The phasmids are similar in their structure to amphid sensilla, but smaller. They are located at the lateral sides of the tail and enclose the ciliated dendrites of PHA, PHB and, on the left side, PQR neurons as well as one sheath and two socket cells. The cilia of the PHA and PHB neurons extend into the external medium through the channel created by the socket cells. The ending of posterior process of PQR is wrapped by PHso2L. Phasmid neurons were recently shown to function in modulation of chemorepulsion behavior in worms (Hilliard et al, 2002), whereas PQR is suggested to be a mechanosensor.
At L1 stage, a seam cell, T, performs socket cell function and is attached to the sheath cell and the syncytial hypodermis by adherens junctions. At L2 stage, T cell daughters, PHso1 and PHso2 both function as socket cells. PHso1 wraps around the tip of the neuronal dendrites and is connected to the PHsh and PHso2, but not to the hypodermis, by adherens junctions. PHso2, on the other hand, is connected to the hypodermis and Phso1, but not to the PHsh. Later male and hermaphrodite phasmids differ in their composition. In adult male, Phso2 functions a true socket cell whereas PHso1 protrudes into the sheath and may contain up to 2 basal bodies although it doesn't show any other characteristics of neurons. In adult hermpahrodite, on the other hand, PHso1 is the main socket cell and Phso2 has a thin wrapping around it.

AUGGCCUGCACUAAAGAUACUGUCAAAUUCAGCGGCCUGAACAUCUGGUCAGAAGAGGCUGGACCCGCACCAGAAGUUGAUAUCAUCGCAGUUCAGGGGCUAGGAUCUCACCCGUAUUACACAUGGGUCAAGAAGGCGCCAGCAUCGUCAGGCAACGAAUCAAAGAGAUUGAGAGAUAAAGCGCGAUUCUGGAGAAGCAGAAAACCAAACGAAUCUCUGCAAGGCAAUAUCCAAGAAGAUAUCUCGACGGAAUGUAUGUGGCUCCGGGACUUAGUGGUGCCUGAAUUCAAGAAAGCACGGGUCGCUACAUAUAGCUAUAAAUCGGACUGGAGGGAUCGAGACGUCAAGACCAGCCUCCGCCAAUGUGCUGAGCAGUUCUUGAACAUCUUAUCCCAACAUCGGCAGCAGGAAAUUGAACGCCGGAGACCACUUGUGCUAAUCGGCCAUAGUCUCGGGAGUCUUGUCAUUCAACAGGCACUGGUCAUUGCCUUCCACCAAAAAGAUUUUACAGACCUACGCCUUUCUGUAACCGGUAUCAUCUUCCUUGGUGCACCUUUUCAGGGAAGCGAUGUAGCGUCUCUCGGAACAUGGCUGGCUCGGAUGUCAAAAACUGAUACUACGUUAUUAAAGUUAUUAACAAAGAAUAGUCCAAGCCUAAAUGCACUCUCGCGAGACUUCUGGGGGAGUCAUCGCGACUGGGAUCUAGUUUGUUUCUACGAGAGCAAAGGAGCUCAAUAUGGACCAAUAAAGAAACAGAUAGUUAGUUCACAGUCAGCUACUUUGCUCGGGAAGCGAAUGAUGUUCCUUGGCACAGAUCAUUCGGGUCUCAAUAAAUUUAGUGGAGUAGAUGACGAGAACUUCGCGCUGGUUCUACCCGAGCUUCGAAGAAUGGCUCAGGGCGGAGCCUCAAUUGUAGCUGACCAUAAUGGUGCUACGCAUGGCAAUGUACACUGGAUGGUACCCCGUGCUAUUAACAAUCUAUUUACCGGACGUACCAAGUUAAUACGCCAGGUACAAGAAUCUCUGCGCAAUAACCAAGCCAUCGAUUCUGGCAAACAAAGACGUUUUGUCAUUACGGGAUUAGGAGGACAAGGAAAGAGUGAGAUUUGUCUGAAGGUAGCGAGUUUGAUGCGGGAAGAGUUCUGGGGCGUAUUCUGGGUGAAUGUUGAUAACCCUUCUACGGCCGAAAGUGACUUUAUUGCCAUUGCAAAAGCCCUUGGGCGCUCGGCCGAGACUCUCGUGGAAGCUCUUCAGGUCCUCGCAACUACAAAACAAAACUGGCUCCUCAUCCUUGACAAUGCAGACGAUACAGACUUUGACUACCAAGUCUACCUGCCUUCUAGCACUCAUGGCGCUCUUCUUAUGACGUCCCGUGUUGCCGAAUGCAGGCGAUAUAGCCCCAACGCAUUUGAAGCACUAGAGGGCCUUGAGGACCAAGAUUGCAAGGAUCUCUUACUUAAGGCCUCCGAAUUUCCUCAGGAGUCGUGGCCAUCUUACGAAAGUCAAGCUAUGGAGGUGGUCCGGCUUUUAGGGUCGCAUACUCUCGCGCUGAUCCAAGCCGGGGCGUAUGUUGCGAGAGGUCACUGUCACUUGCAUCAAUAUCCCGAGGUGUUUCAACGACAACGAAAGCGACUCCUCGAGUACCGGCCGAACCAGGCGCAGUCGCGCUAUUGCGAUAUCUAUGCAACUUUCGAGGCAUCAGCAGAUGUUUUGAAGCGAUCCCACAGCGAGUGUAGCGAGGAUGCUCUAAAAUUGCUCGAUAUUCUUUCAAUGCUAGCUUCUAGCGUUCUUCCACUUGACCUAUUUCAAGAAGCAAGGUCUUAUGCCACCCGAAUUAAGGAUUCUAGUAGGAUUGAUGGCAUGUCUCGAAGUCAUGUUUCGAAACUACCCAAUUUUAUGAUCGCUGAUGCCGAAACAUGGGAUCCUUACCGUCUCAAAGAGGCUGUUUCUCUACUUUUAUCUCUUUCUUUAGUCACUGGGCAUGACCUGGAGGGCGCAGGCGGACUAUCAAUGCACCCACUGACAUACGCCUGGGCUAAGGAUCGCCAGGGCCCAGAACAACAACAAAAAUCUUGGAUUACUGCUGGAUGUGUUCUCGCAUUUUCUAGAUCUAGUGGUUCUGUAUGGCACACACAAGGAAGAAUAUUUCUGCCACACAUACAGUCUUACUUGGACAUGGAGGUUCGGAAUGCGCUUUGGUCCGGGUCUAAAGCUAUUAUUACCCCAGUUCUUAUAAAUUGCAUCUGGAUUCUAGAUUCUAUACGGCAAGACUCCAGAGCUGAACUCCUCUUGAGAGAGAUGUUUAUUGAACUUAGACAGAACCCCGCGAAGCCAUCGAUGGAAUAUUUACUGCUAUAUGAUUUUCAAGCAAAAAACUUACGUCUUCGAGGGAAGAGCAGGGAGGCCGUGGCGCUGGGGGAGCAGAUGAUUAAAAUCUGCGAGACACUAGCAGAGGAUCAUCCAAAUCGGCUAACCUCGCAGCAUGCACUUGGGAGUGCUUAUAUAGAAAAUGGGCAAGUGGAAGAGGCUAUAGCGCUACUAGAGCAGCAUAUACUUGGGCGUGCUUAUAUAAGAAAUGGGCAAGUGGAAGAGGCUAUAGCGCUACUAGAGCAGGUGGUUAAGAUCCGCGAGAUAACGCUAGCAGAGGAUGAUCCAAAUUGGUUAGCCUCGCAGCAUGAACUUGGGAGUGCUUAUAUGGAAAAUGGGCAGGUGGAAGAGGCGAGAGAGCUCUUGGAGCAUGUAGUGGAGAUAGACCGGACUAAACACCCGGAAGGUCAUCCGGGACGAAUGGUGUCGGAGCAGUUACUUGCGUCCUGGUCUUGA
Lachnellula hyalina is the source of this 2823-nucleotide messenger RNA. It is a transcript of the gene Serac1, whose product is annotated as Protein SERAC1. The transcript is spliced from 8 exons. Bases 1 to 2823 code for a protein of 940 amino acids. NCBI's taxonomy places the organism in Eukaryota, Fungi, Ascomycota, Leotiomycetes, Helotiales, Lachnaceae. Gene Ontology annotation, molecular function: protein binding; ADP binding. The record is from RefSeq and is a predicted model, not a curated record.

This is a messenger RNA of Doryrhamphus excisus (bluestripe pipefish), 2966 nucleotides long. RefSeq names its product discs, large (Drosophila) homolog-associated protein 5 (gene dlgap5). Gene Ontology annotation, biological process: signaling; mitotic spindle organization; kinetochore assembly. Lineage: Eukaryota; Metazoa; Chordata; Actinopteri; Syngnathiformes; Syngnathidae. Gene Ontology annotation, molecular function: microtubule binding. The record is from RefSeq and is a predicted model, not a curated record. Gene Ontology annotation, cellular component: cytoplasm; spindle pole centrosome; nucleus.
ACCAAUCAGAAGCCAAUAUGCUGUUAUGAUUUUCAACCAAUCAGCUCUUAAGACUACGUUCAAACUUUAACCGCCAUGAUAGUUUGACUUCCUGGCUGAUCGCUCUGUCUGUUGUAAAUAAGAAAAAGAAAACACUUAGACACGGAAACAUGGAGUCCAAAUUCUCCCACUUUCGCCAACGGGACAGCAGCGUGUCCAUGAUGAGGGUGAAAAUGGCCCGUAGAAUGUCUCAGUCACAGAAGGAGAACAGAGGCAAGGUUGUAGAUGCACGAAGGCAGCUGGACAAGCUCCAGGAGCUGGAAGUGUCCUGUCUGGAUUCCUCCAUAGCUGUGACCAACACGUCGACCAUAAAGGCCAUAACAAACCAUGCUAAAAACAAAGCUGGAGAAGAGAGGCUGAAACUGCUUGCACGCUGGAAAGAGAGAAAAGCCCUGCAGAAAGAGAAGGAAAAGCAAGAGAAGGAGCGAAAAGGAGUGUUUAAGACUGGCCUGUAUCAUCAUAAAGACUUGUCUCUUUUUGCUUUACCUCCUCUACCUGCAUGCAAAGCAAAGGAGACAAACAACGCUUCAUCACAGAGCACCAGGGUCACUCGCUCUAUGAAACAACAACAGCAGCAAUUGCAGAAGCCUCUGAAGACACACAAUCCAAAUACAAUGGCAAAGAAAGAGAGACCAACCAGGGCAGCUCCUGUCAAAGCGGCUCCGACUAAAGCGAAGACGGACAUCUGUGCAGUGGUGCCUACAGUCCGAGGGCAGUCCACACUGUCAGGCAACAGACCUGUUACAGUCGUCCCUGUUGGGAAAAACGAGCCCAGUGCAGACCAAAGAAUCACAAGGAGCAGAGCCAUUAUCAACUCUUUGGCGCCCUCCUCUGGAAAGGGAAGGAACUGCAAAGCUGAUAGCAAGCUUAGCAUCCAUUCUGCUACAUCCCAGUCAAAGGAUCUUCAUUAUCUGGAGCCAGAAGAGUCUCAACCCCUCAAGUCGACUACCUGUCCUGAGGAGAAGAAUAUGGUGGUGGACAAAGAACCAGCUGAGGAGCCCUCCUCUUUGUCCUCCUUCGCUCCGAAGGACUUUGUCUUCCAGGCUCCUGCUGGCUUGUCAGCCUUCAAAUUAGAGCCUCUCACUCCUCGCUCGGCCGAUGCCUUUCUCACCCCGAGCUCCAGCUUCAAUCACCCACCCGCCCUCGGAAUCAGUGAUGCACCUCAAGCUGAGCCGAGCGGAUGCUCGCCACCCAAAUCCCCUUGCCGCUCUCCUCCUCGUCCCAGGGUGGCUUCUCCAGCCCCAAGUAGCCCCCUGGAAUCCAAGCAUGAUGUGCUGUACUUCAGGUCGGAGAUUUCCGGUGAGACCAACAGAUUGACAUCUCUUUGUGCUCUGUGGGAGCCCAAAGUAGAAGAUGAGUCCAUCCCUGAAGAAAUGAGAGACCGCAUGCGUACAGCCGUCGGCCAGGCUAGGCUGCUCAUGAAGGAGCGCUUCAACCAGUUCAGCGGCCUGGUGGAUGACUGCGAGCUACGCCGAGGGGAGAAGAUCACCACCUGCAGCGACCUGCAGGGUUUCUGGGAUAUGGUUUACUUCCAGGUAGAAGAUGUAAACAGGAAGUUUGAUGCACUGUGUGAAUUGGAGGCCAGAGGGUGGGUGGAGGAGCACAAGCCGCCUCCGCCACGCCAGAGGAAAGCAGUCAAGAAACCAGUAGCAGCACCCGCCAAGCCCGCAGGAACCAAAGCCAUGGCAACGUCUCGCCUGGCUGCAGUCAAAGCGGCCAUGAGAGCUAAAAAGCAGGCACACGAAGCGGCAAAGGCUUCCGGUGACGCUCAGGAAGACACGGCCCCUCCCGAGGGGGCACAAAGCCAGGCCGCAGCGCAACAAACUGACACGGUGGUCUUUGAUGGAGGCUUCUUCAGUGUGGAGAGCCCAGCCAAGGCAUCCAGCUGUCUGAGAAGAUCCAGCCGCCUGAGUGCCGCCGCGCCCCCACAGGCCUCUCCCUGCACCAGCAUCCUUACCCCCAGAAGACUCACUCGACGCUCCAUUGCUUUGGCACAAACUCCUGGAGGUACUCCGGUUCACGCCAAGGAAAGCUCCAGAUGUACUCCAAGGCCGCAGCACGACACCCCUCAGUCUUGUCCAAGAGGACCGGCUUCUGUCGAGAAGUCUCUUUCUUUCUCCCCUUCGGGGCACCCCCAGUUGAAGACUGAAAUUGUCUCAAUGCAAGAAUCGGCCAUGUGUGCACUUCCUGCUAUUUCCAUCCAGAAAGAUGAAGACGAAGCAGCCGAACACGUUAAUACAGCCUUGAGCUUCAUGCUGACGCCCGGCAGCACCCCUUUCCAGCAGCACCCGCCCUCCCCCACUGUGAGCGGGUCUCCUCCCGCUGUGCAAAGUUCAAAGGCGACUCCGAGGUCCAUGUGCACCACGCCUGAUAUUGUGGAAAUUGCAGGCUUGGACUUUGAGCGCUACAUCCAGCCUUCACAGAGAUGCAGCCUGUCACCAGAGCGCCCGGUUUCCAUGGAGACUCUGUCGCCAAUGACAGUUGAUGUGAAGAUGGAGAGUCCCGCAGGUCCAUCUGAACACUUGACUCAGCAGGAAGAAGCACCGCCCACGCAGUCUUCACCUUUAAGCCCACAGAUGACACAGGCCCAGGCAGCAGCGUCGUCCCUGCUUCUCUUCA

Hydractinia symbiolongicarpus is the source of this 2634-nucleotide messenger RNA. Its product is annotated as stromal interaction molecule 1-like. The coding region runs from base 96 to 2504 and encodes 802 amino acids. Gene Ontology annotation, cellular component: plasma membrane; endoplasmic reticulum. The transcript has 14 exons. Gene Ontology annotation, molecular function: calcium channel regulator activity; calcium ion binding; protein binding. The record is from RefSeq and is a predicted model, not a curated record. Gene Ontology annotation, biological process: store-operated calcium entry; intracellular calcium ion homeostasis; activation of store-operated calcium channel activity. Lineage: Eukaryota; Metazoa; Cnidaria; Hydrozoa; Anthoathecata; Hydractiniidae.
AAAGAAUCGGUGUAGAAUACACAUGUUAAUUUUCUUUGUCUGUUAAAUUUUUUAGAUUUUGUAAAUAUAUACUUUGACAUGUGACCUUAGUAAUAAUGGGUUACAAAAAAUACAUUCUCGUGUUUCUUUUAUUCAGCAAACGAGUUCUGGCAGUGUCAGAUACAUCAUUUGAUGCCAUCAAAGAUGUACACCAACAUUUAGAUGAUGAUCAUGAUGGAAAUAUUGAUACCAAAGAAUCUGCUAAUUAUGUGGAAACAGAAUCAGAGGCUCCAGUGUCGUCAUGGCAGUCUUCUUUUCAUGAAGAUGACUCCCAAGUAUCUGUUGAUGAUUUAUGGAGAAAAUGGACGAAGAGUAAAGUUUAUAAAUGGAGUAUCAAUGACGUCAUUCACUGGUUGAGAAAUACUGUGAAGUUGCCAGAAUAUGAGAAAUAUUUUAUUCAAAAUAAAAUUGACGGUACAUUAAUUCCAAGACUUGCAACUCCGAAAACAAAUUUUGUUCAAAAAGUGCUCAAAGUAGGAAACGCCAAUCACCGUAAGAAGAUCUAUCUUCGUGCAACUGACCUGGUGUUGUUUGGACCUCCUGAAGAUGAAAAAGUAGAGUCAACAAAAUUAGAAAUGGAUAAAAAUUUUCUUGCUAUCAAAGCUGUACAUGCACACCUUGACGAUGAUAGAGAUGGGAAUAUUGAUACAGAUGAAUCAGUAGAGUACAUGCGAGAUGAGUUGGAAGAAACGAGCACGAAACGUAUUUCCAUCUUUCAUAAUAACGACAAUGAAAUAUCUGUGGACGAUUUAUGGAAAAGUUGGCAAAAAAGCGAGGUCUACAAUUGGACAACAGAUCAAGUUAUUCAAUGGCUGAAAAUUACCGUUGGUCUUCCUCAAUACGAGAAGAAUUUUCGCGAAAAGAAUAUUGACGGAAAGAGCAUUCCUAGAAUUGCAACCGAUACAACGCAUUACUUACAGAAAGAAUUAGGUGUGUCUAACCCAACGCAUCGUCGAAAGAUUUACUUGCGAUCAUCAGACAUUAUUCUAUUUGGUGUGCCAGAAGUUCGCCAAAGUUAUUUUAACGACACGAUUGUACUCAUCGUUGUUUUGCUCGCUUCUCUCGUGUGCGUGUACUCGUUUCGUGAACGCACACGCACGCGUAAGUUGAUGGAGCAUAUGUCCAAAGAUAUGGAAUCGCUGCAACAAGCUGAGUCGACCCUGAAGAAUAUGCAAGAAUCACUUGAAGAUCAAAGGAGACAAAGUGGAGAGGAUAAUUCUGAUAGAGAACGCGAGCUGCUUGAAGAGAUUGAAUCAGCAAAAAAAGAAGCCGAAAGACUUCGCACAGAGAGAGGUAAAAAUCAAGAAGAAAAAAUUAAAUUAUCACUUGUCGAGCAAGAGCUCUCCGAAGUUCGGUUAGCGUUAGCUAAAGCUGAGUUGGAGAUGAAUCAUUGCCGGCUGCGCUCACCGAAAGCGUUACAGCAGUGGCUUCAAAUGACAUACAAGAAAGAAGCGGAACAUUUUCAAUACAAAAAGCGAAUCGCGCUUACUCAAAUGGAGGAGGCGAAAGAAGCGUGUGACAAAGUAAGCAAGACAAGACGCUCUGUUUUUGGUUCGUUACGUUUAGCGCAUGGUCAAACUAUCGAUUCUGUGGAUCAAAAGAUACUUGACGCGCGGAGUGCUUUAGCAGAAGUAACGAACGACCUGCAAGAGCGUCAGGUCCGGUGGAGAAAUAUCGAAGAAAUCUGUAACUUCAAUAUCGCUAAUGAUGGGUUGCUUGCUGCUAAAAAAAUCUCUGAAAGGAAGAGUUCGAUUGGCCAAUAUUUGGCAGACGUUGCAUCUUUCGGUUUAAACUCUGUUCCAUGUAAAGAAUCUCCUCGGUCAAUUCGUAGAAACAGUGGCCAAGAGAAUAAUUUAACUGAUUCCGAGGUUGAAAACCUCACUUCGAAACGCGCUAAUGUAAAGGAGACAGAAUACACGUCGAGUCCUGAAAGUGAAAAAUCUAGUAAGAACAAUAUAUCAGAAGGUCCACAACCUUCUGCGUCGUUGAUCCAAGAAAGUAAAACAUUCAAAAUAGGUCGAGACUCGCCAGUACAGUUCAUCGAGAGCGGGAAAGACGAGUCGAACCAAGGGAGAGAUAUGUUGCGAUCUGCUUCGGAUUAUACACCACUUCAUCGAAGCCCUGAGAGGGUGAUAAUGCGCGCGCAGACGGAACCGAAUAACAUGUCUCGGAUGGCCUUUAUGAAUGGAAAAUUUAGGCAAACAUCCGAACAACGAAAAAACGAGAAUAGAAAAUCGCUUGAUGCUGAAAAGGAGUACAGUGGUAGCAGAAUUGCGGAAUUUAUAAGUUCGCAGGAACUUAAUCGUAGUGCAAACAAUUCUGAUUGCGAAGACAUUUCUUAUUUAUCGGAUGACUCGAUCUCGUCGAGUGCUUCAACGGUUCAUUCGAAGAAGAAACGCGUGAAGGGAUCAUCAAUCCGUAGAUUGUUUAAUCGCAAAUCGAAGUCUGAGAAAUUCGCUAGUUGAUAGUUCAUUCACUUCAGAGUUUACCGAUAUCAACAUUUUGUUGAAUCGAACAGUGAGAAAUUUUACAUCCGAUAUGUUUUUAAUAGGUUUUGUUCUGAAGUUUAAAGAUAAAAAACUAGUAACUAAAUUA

Adherens junctions (red arrows in the figure below) seal the support cells to each other, to the hypodermis or seam, and to the ciliated dendrites, holding the elements in place and excluding any flow between external environment and pseudocoelom.
Phasmid sheath cells extend short processes posteriorly into tail tip which swell to form a protective pocket near the phasmid openings for PHA and PHB cilia.
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